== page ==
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Participate in Murrelet Watch
Marbled murrelets are considered to be a rare bird throughout much of its range. But in Southeast Alaska, they are the most abundant seabird on the water. Considered the epicenter for marbled murrelets, Southeast Alaska’s population of marbled murrelets is shrinking. In fact, the U.S. Geological Survey reports a 71% decline since the early 1990’s.
For the past four years, Alaska Department of Fish and Game non-game biologist, Matt Kirchhoff has been researching murrelets to better understand their distribution and abundance and how their populations may be regionally changing. He’s also been evaluating survey methods to determine the most effective means for long-term monitoring of marbled murrelets in Southeast Alaska including at-sea surveys, radar counts, audio-visual counts and flyway counts.
In a region with 14,000 miles of shoreline and thousands of bays and inlets, Southeast Alaska poses interesting challenges for biologists trying to get a handle on the region’s ‘signature seabird’. It would be virtually impossible to survey the entire region. Instead, a number of key survey sites have been established where volunteers and biologists are able to monitor these birds over consecutive years. It is the time and energy of valuable volunteers that make this effort both viable and effective.
Murrelet Watch, a citizen science monitoring program, is gearing up for its second season with many volunteers returning this year to lend a hand. The program continues to seek additional volunteers to expand survey efforts this field season. The program provides an opportunity for private citizens to assist biologists in conducting flyway counts from survey locations along shorelines in Ketchikan, Sitka and Juneau. This year we are adding two remote field sites at Point August and Point Couverden in northern Southeast’s Icy Straits, where an astounding number of murrelets pass by en route to the rich waters of Pt. Adolphus and Glacier Bay.
While most seabirds nest in dense island colonies, the marbled murrelet is a solitary, secretive nester, preferring the moss-laden boughs of old-growth trees. The birds may travel miles from nesting areas to the sea, where they forage on schooling fish such as herring, capelin and sand lance. Once the chick hatches, parents take turns flying back and forth between foraging areas and the nest delivering food to a single nestling. It is during this period when both adults are taking turns bringing fish back to the chick that is the ideal time for conducting flyway counts. These birds represent the adult breeding population. In an effort the capture this peak period, this year’s program will concentrate all community based flyway counts during a 10-day period in mid-July.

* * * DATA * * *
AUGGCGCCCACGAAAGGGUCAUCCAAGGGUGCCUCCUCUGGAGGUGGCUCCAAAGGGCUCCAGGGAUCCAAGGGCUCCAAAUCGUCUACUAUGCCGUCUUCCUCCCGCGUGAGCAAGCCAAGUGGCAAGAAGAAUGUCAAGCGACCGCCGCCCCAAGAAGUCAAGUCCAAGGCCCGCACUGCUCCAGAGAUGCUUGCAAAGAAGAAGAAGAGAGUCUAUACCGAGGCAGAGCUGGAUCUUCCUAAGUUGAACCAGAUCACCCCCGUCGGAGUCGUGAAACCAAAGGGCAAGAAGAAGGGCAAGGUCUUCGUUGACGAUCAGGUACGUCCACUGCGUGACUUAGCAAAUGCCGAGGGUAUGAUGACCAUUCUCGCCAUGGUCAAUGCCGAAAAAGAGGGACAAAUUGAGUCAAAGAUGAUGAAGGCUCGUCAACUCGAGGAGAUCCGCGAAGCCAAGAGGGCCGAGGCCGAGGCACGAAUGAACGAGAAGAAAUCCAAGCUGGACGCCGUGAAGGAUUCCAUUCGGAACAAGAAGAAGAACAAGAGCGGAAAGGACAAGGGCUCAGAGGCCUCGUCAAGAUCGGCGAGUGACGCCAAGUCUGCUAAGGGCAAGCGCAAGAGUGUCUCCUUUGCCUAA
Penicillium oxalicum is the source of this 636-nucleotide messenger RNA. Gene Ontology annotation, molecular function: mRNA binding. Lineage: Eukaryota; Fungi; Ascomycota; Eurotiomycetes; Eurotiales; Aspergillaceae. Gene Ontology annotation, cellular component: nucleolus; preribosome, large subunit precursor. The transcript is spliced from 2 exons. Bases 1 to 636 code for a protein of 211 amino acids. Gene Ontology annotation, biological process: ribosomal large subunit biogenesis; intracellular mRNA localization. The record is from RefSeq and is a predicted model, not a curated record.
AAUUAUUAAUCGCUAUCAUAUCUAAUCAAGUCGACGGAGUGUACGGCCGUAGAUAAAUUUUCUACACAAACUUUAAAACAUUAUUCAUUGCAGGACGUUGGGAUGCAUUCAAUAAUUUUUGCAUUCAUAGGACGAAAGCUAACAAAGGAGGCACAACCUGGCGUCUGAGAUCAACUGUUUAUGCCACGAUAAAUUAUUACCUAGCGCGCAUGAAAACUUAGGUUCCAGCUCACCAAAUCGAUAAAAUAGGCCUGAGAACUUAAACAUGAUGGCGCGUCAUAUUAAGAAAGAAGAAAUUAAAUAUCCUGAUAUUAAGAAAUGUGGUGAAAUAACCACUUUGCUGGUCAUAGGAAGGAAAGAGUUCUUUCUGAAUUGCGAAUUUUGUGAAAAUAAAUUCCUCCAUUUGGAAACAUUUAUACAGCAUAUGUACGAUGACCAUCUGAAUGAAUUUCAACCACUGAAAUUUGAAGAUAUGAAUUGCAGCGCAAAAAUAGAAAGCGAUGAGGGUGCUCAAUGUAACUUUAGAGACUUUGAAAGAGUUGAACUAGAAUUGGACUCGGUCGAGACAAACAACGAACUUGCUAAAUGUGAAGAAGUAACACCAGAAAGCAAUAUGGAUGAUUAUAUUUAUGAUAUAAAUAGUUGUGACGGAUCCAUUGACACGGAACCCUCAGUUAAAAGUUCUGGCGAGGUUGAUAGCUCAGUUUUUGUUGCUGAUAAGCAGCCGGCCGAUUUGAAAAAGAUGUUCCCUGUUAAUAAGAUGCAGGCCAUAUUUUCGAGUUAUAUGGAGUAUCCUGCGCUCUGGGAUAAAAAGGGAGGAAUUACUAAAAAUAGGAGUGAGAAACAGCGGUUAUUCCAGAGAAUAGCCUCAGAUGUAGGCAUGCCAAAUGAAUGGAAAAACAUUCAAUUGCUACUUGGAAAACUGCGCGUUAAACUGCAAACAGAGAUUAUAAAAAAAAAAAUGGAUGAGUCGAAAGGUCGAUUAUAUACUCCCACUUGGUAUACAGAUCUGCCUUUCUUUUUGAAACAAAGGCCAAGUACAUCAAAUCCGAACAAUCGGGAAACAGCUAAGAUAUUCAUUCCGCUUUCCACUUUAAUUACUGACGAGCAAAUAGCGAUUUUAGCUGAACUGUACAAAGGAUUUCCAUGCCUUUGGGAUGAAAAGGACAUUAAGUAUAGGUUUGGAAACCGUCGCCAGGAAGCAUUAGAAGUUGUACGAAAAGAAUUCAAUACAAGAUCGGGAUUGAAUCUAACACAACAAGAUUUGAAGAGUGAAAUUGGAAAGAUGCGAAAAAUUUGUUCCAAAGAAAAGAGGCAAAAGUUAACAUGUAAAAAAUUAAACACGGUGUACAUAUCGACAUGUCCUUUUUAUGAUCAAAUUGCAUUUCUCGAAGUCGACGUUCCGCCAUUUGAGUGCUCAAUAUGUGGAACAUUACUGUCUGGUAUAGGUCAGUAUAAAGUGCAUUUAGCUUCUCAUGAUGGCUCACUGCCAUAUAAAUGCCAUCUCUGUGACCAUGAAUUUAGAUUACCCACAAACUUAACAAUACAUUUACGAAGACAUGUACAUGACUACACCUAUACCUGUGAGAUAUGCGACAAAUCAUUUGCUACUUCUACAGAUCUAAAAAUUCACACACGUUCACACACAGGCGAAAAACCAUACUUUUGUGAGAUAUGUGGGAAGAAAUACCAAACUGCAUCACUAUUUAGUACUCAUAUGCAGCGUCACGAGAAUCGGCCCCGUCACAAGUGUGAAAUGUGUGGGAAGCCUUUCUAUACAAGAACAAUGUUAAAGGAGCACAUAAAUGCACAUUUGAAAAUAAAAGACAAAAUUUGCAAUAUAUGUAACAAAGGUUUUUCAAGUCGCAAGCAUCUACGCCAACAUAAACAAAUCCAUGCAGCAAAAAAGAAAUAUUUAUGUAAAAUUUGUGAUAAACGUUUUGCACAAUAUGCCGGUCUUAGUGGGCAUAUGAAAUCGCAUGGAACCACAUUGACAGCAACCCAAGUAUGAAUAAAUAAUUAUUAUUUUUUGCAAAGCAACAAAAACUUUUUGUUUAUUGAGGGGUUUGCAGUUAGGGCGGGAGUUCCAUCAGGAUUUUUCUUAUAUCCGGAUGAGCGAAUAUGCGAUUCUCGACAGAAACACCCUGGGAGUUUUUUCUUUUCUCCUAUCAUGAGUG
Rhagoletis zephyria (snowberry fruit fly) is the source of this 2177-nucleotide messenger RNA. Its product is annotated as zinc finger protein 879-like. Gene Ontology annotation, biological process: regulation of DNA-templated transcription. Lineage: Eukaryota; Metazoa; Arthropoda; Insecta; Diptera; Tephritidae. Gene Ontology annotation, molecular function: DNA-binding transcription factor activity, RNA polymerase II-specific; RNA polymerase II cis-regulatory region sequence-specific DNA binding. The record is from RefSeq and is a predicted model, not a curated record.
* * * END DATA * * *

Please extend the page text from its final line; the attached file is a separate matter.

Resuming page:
Participating volunteers are up and out of the house before most people are even awake. Working in pairs, volunteers take turns in front of spotting scopes, observing and counting murrelets as the birds fly by the scope en route to foraging or nesting areas. Other volunteer pairs work an evening shift, enjoying the day’s end while spotting murrelets. During peak periods, spotters may see dozens to hundreds of birds flying by during their surveys.
Interested individuals need not be expert birders. We will provide all of the training and tools that you’ll need to be a part of this year’s Murrelet Watch team. Information gathered is vital to conserving Marbled Murrelets and the habitats they depend upon. Please join us in this interesting and often fun pursuit of learning more about marbled murrelets in Southeast Alaska. If you’re interesting in participating in this year’s flyway counts, please contact Kristen Romanoff at (907) 465-4292 or email at Kristen.email@example.com. To learn more about these fascinating seabirds, please call or drop by your local ADF&G area office to receive a copy of “Marbled Murrelets in Southeast Alaska,” a free ADF&G full color 20-page booklet.
Kristen Romanoff is an educator with the Alaska Department of Fish and Game, Division of Wildlife Conservation. She is based in Douglas.
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